This NOAA satellite image taken Sunday, Oct. 2, 2011 at 1:45 a.m. EDT shows Hurricane Ophelia now about 235 miles northeast of Bermuda and about 935 miles south-southwest of Cape Race, Newfoundland. The system has reached Category 4 strength with maximum sustained winds up to 140 mph. The storm track remains northward and is not a threat to the East Coast of the US. However, a tropical storm watch is in effect for the Avalon Peninsula of Newfoundland as the system will be near the area on Monday. This is a dangerous storms with hurricane-force winds extending outward up to 30 miles from the center and tropical-storm-force winds extending outward up to 175 miles. Meanwhile, clouds with scattered showers linger over the Northeast and the Plains remain sunny under a large ridge of high pressure. (AP PHOTO/WEATHER UNDERGROUND)
Dangerous turn for Hurricane Ophelia.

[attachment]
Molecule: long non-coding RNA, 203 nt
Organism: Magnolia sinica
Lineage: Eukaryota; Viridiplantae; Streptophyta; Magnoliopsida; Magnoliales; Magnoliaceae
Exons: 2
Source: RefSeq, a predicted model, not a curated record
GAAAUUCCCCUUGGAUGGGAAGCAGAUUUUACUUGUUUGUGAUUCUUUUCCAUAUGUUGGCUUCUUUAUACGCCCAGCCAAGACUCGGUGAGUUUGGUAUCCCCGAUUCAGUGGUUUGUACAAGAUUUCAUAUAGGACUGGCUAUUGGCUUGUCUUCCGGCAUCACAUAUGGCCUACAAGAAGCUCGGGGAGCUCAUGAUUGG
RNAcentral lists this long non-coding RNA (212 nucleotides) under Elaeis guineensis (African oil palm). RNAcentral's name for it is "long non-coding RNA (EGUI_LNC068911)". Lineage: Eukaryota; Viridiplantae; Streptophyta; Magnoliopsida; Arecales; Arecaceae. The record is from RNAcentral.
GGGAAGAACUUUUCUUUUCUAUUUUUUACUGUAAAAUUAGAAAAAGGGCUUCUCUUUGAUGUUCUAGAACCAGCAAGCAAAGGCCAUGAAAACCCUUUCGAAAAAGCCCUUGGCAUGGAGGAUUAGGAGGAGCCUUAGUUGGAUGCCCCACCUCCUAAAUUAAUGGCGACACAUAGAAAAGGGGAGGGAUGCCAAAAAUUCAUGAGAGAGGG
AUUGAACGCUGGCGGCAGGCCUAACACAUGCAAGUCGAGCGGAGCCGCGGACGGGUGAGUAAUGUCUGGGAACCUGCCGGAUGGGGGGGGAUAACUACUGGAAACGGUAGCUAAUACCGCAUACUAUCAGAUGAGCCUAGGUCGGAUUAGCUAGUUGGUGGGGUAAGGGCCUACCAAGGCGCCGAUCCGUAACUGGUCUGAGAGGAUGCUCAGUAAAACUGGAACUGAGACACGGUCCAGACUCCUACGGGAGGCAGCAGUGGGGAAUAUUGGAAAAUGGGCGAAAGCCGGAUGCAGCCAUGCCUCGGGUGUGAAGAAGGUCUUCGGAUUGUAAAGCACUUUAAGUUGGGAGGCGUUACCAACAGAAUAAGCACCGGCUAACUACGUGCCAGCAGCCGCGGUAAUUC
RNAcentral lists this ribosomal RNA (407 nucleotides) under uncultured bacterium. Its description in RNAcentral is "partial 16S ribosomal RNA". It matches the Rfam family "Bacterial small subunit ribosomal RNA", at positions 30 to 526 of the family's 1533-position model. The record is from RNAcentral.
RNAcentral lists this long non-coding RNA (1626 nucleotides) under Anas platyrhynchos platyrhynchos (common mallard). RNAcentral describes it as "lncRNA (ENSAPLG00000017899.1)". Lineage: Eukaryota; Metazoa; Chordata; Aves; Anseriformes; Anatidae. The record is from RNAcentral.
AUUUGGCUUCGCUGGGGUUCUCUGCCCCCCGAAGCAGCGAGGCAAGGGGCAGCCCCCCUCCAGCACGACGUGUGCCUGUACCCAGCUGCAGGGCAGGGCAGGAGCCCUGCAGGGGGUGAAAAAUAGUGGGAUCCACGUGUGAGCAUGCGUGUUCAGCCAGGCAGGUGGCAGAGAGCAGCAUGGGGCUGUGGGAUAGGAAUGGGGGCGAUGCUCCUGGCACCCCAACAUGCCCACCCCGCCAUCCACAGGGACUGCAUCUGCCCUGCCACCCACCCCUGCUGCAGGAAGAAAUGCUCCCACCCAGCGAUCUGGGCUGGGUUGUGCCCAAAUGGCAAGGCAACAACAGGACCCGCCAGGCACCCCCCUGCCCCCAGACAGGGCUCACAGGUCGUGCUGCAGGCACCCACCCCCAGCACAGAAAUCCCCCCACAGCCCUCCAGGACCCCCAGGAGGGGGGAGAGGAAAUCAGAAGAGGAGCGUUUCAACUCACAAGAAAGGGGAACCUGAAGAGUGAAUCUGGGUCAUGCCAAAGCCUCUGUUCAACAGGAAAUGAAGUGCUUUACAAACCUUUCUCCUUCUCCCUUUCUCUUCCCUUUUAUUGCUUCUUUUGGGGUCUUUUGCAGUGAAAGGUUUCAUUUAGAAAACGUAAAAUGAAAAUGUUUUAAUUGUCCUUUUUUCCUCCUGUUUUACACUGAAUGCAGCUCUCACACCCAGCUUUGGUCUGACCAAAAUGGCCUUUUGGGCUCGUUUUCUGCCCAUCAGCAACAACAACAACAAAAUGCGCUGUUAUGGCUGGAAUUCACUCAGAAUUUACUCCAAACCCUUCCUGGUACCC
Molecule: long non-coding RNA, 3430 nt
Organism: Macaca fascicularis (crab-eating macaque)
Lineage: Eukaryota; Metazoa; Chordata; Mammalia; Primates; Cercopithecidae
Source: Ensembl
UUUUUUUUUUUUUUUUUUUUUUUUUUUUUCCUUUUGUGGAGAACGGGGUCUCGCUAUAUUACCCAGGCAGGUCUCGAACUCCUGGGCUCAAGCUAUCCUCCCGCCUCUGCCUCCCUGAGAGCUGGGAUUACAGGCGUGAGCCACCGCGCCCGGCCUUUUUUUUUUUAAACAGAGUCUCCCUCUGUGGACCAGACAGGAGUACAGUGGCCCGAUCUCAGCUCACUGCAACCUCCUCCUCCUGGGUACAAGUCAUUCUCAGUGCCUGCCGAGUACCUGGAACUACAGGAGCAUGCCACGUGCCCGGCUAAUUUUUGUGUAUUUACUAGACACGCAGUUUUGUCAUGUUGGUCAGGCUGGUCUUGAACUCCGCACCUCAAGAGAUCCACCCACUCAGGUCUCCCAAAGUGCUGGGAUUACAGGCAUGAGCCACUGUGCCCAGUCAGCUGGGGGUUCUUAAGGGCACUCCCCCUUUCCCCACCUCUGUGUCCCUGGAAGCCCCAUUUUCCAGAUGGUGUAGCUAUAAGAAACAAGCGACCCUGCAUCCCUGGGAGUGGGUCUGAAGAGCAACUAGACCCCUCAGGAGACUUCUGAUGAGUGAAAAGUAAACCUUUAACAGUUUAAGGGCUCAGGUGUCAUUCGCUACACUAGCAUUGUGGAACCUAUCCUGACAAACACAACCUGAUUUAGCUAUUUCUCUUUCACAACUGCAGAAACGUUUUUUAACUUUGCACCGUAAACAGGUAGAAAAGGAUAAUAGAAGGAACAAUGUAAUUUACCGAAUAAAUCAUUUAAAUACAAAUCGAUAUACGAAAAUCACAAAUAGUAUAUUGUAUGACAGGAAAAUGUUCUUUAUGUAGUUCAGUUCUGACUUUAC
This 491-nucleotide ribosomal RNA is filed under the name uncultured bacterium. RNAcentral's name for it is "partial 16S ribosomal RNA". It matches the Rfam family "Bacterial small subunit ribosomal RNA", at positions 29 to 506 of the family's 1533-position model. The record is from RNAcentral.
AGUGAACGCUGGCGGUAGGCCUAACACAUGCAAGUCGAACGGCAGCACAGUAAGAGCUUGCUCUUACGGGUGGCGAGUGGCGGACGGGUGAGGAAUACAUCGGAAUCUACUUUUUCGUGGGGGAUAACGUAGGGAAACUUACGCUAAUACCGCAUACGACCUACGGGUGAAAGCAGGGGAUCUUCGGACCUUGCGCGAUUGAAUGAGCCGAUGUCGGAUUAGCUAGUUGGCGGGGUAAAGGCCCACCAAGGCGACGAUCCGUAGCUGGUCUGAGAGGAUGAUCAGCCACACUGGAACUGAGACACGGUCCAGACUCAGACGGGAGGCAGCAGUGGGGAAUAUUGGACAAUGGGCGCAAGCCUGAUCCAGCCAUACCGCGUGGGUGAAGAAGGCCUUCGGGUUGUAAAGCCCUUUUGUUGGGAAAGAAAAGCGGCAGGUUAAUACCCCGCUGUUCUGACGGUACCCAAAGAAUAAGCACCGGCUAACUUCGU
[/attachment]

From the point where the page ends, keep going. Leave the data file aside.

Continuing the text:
Early Sunday, according to the National Hurricane Center in Miami, Hurricane Ophelia has begun a turn north-northeast.
The dangerous Category 3 hurricane has a reported top sustained winds of about 125 mph and is moving north-northeast at 30 mph.
The National Hurricane Center Ophelia was headed for Newfoundland, Canada early Monday—A tropical storm watch was in effect for Newfoundland’s Avalon Peninsula.
According to the center, Ophelia is expected to weaken steadily but still be near hurricane strength when it passes close to the peninsula Monday.
Another storm brewing in the Atlantic is Tropical Storm Philippe. Phillipe turned westward over the Central Atlantic early Sunday. The storm has maximum sustained winds of 70 mph and is moving west-northwest at 10 mph. Currently, there are no coastal watches or warnings.